Australian teens learn Chinese to broaden horizon |
News and Events
Home > News Center > News and Events

Australian teens learn Chinese to broaden horizon

facebook twitter linkedin
Xinhua | Updated: Jun 07, 2024
One contestant of the Australia final of the "Chinese Bridge" Chinese proficiency competition gives a speech in hanfu costume in Sydney on May 27. MA PING/XINHUA

For many teenagers in culturally diverse Australia, mastering a new language other than English opens up an avenue to bond with friends of a different background in the same community, explore alternative ways of life and view the world with a broader horizon.

The Australia Final of the 17th "Chinese Bridge" Chinese Proficiency Competition for Foreign Secondary School Students wrapped up in Sydney on May 27, with 12 young contestants from all across the Oceanic country.

After taking a written test on basic knowledge in the opening round, the Australian teenagers walked onto the stage, delivering speeches that echoed the theme of "Fly High with Chinese".

In the final round, a spectrum of talent shows brought the competition to a climax, where the contenders dressed up in elaborate Chinese traditional clothing, such as hanfu, qipao and an entire set of Peking Opera costumes, to demonstrate their understanding of Chinese culture.

Among these skilled polyglots, some sang classical Chinese songs, like Tian Mi Mi (Cherie, originally by Teresa Teng), while others showcased their gifted musical instrument skills. They were not only adept at interpreting Chinese music with instruments such as the violin, flute and piccolo but also excelled in playing the cucurbit flute, known as a hulusi.

The final round also featured performances of both traditional Chinese dance and modern hip-hop, and some contestants displayed their calligraphy abilities.

Hallie Richards from Methodist Ladies' College eventually emerged as the winner of this year's Australia final.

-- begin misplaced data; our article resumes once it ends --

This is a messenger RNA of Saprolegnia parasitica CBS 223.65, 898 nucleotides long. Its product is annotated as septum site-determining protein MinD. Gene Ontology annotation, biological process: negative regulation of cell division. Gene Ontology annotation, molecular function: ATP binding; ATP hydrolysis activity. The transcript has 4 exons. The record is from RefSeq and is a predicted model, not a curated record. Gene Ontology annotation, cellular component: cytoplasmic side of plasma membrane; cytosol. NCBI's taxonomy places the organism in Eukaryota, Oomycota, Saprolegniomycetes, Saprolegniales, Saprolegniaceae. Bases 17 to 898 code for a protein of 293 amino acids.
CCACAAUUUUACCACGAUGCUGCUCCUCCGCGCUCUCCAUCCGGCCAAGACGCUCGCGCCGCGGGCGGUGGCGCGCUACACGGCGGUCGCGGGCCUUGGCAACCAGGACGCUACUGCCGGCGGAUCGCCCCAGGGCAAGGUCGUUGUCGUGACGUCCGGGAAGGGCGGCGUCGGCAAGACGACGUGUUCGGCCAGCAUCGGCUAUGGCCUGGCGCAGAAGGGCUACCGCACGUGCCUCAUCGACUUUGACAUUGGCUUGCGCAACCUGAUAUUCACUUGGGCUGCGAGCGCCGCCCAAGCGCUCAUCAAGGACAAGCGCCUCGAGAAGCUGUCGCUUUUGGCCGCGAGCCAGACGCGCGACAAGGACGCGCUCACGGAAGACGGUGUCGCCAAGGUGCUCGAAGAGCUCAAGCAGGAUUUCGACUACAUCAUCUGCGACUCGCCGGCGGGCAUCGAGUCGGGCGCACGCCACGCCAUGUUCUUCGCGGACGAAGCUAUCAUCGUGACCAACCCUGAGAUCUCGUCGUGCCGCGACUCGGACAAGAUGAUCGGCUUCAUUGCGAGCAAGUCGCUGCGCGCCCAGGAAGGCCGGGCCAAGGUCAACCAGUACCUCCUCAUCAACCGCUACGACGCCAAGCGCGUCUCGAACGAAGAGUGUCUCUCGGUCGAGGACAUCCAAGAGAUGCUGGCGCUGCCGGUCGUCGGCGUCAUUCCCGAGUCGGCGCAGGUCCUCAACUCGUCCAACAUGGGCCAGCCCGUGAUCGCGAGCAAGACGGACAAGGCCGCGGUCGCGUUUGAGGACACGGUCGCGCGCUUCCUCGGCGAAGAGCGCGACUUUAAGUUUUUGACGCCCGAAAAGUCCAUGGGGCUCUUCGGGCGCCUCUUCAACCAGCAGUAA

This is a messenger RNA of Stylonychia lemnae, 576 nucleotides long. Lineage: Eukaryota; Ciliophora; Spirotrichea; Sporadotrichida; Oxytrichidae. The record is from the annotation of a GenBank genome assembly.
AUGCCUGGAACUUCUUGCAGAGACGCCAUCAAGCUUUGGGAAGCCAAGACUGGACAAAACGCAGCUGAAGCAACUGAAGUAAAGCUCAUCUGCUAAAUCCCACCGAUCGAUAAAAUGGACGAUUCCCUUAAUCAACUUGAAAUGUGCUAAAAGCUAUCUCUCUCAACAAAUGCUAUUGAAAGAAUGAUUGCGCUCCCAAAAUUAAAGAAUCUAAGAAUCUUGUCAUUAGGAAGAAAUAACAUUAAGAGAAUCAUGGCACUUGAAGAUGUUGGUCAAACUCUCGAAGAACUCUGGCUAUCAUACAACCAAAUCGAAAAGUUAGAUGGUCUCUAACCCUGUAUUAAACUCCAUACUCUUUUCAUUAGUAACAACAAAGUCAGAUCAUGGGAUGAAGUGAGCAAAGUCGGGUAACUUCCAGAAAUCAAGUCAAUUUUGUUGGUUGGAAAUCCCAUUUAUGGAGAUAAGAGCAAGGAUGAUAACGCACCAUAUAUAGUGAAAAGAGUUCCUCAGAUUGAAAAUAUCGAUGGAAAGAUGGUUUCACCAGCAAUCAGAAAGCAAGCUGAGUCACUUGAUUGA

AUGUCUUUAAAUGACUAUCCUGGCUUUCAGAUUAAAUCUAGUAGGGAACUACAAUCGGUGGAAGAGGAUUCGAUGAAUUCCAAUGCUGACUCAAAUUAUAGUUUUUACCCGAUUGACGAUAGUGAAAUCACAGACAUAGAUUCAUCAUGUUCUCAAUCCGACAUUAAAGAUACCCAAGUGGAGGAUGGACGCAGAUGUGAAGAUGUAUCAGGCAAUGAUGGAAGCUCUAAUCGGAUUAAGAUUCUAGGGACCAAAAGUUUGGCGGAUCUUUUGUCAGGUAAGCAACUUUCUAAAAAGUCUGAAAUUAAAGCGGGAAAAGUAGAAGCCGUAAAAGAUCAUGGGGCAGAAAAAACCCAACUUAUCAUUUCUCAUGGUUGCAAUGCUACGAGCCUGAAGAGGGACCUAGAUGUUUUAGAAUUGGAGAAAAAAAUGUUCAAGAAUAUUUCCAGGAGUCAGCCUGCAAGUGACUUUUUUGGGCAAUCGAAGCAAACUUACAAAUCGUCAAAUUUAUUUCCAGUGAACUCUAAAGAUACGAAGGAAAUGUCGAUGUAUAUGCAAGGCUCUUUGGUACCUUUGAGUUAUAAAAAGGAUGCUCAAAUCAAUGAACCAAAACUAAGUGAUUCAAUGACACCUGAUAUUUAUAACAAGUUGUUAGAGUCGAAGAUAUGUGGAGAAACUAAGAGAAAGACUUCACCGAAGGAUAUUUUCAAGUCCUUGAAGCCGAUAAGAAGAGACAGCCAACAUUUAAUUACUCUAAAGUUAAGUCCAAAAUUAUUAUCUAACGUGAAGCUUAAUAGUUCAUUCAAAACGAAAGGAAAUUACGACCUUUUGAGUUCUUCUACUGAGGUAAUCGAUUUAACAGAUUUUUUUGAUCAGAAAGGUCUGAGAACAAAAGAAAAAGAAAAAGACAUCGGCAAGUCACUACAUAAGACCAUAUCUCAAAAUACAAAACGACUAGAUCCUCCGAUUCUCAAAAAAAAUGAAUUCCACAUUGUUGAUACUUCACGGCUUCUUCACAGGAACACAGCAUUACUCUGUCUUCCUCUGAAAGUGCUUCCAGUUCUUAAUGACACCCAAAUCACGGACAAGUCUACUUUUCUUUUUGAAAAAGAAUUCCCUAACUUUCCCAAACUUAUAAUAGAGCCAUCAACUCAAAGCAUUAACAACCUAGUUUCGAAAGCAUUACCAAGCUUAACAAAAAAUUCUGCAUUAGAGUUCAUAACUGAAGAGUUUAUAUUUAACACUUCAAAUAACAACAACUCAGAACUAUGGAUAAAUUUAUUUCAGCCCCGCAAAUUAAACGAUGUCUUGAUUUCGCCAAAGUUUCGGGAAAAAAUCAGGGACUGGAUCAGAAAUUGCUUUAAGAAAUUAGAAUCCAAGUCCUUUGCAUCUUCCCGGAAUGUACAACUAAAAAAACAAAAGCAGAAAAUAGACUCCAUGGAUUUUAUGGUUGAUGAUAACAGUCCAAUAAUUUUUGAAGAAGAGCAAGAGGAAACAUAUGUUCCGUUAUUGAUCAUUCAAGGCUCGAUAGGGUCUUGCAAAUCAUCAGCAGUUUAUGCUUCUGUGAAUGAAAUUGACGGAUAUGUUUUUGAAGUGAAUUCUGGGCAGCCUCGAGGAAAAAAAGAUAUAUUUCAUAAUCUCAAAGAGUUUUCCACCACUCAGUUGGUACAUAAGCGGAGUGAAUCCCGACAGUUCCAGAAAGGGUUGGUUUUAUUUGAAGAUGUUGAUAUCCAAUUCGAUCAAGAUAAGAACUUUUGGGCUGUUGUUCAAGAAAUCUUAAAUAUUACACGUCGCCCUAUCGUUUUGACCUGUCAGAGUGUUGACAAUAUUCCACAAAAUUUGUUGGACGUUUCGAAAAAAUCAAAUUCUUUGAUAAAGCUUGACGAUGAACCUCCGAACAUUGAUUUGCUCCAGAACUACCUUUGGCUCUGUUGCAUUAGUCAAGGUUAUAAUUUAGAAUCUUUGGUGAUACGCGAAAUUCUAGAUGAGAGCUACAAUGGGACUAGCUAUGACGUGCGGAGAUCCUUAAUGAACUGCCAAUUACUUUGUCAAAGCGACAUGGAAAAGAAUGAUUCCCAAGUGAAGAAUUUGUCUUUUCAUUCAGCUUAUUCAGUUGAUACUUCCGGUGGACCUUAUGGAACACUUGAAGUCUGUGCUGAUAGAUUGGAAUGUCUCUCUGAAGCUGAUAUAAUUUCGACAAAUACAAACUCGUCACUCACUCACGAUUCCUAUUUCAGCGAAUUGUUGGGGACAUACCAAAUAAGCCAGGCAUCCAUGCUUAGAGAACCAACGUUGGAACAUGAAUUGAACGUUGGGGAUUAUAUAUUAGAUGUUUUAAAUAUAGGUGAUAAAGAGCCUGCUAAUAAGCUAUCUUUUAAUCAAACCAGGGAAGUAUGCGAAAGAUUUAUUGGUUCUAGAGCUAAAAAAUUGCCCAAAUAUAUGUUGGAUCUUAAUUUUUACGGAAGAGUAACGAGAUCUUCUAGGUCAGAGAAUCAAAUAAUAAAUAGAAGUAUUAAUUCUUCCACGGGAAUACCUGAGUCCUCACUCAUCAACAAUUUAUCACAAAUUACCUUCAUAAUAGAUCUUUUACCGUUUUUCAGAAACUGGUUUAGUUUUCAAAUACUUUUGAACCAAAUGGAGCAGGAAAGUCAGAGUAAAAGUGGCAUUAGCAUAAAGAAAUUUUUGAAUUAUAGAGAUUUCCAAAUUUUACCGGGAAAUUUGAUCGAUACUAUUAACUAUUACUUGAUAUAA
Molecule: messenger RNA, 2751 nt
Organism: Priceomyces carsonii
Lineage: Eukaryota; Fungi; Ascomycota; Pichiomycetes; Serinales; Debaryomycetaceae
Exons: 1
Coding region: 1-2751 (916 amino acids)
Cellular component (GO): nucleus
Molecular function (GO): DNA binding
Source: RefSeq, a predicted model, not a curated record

With the support of her mother, Richards has been studying Chinese since the age of five.

This year marks her second time competing in the Chinese proficiency competition.

Another shows his skills in calligraphy. MA PING/XINHUA

"That was crazy. After all this time I finally did it. I always thought maybe I could get first place but when it happened, it was kind of a surprise," the lively 15-year-old girl said post-match.

Richards says that what drew her toward Chinese culture was not only because she's been studying the language for the past decade.

"Once you can have a conversation with people in Chinese, you're more encouraged to keep learning the language, because you can actually converse with people," she says, noting that the language helped her experience the rich culture and history of China.

Growing up in Australia, a melting pot of diverse cultures, Richards has numerous Chinese friends and often visits their homes, during which she can speak with their parents and familiarize herself with Chinese customs.

"Learning about their lives gives you a broader perspective on the world," says Richards, who aspires to become an ambassador to boost communication between Australian and Chinese cultures.

During the event, China's acting Consul General in Sydney Wang Chunsheng pointed out that the Chinese language embodies the extensive and profound history and culture of China, with the number of people learning Chinese in Australia having surged to 190,000.

He hopes that more Australian friends will learn Chinese, pay more visits to China, share their firsthand experiences of China-Australia exchanges, and help enhance mutual understanding and friendship between the two peoples.

"To understand a culture and its people, it is important to have cross-cultural experiences. This includes not only language but also knowledge of customs, history, geography and arts," says Robert Kok, deputy mayor of Sydney.

"I think all of you are the best ambassadors for Australia when you represent us in China," Kok adds.

According to the Chinese Consulate General in Sydney, the organizer of the event, top performers will travel to China for the global championship.